According to NASCAR (Ford) program manager Pat DiMarco and Ford Racing aerodynamcist Bernie Marcus there were some concerns during the 2013 season about debris collection on the lower radiator inlet on the Fusion. The grille bars on the car are staying identical to what they were in 2013. It is only the lower inlet which is the dark black area on the car which will be flushed out. To the average Joe sitting and watching, they won’t even really be able to tell on TV what has changed.
What was done: The radiator screen was moved out to be more flush with the bumper. There is no performance advantage (verified in the wind tunnel). This is purely for debris collection and to eliminate the need to pit in case we have a hot dog wrapper or something on the grille and it makes it easier to get the debris off from behind another car.
The new rules package for 2014 handed down by NASCAR, doesn’t really impact the Fusion and its handling. The new aero rules add some downforce to the car which during the Charlotte testing in December the drivers felt it had given them a little more security in the car compared to 2013. Then there is the no ride-height rule in post-race inspection which will allow the team to make the cars drive a little more comfortably for the driver. It lets the springs be the springs and the shocks be the shocks on the cars, so to say.
Come post-race inspection, the cars will be inspected at a six and eight frame-rail height as they were in 2013 to make sure they meet all the rules. “Post race inspection, now, the car does not have to come back up to those six and eight frame-rail heights,” said DiMarco. Once the car leaves tech inspection, the team can put it down to whatever attitude they want it and it can come off the race track at whatever attitude the car settles in at. Continued DiMarco, “The disconnect came in trying to meet the six and eight ride-height rule for inspection and then meeting it post race. The cars are so aerodynamic, so trying to get the cars in the attitude they wanted to was causing people to use the springs and shocks for other purposes than what they were designed for.”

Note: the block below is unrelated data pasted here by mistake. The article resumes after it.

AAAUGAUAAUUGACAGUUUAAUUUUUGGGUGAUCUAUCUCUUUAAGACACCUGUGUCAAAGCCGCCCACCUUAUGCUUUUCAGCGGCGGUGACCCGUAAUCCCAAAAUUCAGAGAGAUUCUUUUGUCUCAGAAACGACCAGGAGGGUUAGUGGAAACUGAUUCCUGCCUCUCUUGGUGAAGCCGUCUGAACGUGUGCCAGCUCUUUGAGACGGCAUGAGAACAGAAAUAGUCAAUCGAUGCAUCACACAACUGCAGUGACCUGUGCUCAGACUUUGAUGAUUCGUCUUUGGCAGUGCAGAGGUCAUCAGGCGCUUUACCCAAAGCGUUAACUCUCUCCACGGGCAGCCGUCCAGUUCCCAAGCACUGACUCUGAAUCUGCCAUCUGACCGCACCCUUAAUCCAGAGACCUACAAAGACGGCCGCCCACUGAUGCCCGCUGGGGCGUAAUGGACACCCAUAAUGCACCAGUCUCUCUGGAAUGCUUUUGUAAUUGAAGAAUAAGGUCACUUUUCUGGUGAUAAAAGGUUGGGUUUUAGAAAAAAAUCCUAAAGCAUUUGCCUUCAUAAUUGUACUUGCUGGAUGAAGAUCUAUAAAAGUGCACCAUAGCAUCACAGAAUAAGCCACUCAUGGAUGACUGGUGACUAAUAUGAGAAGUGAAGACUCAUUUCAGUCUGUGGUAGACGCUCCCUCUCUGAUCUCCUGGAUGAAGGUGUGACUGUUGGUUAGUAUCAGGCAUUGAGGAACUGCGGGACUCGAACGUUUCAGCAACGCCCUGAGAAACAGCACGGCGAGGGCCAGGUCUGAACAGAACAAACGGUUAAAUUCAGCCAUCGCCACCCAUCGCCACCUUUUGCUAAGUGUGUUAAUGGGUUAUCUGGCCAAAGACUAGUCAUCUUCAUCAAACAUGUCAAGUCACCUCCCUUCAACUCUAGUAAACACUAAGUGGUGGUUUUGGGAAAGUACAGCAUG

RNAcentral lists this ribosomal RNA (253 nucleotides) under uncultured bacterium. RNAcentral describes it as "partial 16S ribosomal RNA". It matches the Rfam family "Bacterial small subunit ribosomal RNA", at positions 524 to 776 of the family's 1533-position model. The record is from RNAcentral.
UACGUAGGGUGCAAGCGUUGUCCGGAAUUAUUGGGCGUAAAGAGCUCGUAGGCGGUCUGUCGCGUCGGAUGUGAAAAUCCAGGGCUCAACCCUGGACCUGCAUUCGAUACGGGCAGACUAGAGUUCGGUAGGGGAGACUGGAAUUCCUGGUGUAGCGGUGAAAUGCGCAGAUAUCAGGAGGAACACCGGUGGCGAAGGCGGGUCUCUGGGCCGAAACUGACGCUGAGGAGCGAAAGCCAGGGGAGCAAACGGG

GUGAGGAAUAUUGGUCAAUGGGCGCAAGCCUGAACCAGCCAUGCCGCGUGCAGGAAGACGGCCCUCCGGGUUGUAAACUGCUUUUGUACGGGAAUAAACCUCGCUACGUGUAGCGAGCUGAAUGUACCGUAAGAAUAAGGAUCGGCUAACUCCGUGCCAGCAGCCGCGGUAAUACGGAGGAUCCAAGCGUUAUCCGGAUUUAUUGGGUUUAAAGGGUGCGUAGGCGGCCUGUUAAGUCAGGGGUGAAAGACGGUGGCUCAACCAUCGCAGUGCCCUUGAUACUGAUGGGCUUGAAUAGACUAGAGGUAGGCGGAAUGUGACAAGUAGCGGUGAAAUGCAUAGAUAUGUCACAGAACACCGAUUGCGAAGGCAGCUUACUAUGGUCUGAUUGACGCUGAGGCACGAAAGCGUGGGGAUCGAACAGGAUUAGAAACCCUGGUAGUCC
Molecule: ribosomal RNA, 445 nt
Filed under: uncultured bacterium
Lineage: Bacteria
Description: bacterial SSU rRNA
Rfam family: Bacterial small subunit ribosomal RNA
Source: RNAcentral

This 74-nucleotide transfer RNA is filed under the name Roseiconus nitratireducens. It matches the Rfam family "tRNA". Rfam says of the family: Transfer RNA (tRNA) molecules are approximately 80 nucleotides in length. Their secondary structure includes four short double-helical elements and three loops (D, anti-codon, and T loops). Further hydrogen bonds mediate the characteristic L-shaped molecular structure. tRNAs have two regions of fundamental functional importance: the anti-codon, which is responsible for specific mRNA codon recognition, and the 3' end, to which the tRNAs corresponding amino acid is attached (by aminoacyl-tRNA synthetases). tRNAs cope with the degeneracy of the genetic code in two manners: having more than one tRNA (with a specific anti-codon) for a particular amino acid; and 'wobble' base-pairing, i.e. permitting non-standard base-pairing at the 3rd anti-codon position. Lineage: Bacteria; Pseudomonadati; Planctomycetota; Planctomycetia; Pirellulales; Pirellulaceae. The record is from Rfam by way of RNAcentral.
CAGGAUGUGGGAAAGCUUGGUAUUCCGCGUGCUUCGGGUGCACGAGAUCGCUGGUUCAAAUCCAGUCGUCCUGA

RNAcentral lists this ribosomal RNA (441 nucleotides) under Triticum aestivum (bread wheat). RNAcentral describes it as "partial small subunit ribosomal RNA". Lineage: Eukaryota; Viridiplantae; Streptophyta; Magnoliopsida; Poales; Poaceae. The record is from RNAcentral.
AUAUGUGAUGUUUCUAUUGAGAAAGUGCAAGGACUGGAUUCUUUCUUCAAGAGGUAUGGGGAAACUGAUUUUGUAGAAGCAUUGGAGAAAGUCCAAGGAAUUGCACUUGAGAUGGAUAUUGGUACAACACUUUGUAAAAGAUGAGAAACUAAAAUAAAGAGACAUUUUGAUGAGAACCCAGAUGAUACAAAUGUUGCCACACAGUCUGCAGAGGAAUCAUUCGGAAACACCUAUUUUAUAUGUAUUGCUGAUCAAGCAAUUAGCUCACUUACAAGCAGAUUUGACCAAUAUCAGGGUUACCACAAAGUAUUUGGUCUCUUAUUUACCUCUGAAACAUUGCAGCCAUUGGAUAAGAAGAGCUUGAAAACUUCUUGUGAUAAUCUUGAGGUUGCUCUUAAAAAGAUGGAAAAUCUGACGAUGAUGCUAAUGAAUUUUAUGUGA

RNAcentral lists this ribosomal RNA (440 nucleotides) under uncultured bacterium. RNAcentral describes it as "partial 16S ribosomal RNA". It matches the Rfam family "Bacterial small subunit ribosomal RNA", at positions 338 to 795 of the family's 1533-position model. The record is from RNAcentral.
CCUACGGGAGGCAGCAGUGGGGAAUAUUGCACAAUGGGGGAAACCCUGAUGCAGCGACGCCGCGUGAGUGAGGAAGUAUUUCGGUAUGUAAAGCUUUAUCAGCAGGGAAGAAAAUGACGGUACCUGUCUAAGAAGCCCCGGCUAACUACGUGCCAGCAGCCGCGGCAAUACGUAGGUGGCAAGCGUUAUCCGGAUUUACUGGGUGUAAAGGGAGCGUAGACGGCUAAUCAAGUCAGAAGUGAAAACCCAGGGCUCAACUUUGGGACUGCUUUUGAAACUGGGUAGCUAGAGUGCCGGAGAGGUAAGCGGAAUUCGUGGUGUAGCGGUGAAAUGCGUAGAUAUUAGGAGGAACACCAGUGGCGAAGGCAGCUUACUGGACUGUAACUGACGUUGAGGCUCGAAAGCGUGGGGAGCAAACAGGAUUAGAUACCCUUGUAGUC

When asked on whether or not the teams were looking for this change, DiMarco replied, “I would say it was 50-50 in the garage. Some teams felt it was an advantage, some felt it didn’t do anything for the cars. The product on the race track will determine if it was the right move or not.”
From an engine perspective, the change to flush the lower inlet on the Fusion helps the engine builders because when you have a team that has to adjust their strategy based on getting trash on the grille and consistently getting trash on the grille, it makes the engine builder’s job extremely hard.
Source: Ford Racing Press Release/Media Transcript